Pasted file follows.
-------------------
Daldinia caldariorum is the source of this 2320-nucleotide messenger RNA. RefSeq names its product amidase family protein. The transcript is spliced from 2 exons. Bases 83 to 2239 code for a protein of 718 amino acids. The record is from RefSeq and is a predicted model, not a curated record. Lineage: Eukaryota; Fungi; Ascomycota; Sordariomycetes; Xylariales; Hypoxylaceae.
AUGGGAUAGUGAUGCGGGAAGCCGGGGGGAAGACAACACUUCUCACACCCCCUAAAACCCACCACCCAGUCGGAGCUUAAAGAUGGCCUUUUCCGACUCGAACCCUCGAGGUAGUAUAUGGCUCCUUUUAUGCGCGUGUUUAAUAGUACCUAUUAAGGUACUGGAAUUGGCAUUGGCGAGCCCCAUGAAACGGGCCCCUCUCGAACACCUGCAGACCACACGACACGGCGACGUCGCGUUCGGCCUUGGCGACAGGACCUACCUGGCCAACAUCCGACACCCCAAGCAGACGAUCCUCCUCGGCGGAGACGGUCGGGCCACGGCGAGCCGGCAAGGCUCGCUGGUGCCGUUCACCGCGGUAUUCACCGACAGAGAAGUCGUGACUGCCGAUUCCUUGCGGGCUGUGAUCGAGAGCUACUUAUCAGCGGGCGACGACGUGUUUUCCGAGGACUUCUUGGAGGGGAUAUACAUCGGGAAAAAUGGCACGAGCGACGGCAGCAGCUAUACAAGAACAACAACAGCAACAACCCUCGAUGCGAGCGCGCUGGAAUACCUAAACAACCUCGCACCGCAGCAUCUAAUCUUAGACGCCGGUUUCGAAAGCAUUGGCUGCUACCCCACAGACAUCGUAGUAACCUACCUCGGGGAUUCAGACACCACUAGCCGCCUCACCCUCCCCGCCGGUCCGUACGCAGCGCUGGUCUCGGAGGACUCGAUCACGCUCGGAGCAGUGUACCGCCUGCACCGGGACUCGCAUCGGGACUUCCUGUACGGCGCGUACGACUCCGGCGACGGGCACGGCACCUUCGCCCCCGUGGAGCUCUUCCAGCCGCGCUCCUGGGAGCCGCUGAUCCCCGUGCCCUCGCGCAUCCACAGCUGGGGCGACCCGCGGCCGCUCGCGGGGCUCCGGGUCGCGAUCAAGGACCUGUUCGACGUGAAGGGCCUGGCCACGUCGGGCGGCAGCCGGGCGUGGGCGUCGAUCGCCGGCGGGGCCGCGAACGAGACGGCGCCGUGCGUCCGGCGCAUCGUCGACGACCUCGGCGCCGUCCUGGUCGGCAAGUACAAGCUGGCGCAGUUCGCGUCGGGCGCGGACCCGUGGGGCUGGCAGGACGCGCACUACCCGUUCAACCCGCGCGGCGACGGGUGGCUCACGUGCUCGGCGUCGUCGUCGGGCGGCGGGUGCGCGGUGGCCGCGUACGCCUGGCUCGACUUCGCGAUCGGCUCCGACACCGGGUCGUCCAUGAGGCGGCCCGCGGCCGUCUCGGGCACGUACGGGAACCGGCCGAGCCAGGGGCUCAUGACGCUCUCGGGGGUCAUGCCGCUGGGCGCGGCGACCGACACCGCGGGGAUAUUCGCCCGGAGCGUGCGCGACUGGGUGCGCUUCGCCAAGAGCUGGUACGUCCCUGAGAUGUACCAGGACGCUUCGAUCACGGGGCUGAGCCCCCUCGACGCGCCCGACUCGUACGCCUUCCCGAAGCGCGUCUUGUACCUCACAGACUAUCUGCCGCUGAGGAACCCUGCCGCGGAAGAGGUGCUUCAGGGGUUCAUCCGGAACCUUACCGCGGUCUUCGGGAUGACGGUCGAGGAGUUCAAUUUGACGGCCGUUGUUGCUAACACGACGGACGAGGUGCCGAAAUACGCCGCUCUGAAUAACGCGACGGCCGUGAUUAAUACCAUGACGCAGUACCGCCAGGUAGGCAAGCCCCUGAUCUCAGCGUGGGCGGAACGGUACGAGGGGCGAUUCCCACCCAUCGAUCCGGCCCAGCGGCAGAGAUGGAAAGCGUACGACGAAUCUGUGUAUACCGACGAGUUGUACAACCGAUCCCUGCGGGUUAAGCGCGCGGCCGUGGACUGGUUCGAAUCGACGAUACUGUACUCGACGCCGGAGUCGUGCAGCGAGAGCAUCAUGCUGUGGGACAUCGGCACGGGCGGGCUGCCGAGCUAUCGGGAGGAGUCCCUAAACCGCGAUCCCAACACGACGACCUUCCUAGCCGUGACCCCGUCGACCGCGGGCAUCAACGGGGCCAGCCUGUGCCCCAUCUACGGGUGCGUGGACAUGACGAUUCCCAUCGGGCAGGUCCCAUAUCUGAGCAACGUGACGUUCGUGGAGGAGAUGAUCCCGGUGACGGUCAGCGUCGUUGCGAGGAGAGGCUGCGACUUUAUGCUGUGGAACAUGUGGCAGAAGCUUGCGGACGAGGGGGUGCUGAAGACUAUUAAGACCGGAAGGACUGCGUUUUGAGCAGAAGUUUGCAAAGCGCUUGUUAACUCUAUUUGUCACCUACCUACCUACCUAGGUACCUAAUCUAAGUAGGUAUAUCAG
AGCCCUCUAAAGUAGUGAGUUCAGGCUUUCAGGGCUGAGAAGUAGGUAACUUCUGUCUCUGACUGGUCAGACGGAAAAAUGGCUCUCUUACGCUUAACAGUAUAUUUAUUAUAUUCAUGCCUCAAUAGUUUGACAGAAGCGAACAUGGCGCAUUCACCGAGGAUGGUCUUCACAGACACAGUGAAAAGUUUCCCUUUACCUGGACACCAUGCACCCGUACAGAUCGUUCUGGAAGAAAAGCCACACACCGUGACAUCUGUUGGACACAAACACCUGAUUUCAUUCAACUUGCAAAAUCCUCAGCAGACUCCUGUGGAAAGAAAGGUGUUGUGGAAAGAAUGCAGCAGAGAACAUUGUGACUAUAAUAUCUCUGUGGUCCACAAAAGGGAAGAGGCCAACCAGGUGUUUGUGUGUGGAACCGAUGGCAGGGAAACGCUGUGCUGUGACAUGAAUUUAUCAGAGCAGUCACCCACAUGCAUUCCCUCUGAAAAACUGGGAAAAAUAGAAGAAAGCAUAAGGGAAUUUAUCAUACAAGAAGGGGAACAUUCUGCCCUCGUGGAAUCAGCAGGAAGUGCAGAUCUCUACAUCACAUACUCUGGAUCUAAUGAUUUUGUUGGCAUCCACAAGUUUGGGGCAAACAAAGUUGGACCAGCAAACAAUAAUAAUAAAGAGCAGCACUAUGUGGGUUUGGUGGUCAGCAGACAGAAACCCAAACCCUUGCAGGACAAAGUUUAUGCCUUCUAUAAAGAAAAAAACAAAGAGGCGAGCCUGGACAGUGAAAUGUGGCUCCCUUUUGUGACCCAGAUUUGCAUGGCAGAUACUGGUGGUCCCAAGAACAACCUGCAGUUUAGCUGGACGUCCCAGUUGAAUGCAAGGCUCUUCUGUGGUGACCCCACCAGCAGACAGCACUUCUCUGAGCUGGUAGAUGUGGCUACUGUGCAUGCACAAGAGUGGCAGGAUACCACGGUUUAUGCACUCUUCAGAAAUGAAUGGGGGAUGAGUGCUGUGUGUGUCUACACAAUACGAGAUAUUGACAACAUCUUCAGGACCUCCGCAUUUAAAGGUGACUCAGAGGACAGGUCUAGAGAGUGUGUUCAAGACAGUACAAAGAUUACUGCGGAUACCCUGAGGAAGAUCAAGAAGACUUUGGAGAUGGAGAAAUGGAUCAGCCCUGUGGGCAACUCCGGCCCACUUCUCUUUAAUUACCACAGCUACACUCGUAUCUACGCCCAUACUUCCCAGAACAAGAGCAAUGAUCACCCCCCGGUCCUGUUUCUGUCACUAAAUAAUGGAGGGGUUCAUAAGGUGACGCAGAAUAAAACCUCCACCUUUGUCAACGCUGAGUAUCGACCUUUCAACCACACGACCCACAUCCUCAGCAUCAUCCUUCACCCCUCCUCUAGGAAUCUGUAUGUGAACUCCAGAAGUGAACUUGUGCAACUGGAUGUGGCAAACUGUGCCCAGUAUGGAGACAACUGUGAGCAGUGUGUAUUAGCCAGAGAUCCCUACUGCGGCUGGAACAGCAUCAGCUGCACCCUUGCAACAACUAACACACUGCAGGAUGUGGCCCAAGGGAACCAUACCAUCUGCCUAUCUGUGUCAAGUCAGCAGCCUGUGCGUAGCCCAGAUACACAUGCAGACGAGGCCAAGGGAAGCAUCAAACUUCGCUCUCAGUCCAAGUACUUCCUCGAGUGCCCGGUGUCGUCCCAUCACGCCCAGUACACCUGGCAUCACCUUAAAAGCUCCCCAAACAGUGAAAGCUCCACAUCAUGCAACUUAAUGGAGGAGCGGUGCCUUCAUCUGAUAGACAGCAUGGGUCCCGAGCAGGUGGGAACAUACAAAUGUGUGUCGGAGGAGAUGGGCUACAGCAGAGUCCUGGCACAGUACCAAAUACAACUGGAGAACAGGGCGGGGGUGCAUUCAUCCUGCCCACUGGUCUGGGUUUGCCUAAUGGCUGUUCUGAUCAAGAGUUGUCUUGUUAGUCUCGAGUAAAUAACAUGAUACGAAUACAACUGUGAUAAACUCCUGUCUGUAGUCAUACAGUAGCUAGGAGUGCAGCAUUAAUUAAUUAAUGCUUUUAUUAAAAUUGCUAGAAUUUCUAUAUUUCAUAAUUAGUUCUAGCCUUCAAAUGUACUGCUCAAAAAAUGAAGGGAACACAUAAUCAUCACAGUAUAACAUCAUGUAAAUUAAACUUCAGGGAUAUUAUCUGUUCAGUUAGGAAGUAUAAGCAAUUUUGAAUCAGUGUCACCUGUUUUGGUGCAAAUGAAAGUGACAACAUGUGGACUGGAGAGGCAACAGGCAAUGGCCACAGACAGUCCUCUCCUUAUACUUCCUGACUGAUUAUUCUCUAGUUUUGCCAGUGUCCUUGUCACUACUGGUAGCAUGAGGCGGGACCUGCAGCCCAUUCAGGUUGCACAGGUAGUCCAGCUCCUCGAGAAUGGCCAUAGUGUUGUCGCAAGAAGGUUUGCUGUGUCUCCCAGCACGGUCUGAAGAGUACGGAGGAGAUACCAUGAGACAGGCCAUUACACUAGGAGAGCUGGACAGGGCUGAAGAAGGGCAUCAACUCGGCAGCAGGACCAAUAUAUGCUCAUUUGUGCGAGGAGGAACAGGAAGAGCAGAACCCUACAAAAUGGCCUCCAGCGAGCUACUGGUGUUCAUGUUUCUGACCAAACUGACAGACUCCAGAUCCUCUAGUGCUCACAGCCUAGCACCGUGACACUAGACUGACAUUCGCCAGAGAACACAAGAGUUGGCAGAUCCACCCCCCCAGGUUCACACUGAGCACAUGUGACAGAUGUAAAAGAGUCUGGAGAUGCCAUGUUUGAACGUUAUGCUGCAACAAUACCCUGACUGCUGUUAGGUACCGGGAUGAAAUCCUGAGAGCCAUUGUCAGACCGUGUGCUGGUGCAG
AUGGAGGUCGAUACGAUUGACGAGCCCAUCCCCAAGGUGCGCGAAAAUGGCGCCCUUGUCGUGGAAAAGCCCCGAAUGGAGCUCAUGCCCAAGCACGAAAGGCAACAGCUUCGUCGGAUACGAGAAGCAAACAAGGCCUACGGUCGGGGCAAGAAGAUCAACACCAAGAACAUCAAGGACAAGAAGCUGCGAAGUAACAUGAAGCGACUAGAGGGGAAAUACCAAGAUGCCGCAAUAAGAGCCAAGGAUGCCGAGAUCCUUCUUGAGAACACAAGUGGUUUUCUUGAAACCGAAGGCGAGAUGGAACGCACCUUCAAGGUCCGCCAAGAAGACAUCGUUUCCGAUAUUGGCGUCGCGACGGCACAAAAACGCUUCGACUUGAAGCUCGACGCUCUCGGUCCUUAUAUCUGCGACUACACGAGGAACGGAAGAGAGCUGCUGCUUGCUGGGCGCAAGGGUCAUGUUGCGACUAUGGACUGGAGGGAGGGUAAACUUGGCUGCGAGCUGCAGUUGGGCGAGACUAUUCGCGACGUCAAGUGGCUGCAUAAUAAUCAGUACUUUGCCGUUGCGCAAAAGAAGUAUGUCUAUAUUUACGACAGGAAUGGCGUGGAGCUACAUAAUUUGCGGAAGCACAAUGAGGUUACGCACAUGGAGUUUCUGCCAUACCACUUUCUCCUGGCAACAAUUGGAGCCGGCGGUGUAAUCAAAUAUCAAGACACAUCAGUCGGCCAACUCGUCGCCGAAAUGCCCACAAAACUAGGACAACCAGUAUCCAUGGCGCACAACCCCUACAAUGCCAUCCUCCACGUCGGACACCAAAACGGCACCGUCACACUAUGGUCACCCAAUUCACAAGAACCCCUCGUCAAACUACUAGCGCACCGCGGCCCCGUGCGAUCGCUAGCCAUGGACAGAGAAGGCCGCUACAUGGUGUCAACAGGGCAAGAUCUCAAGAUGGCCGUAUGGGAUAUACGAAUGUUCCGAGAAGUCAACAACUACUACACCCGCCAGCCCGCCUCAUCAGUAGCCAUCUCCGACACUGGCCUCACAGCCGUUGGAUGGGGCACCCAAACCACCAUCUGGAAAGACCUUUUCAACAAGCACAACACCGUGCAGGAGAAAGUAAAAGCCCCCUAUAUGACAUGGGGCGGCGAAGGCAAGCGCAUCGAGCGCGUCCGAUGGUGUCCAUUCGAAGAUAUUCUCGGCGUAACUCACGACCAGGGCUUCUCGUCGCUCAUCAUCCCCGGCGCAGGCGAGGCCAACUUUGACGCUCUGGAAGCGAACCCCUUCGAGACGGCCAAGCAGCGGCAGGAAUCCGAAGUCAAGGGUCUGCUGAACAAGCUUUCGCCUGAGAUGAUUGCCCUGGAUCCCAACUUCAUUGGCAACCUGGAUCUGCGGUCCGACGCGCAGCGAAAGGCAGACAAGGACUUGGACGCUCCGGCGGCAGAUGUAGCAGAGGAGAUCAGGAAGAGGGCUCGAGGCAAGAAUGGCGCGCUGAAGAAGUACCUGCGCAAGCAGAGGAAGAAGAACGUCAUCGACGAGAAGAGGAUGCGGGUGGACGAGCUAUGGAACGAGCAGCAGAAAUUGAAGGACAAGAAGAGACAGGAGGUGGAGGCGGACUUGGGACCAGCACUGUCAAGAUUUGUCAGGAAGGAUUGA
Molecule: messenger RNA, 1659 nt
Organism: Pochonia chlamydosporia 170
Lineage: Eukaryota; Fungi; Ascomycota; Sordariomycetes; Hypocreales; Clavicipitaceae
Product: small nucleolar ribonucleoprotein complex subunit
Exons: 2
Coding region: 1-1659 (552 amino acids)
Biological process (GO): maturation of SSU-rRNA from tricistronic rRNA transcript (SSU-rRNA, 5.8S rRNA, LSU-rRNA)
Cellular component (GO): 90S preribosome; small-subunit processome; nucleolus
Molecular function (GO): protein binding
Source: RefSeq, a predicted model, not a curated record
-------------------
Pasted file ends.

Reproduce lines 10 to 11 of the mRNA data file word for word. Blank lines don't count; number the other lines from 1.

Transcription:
Coding region: 1-1659 (552 amino acids)
Biological process (GO): maturation of SSU-rRNA from tricistronic rRNA transcript (SSU-rRNA, 5.8S rRNA, LSU-rRNA)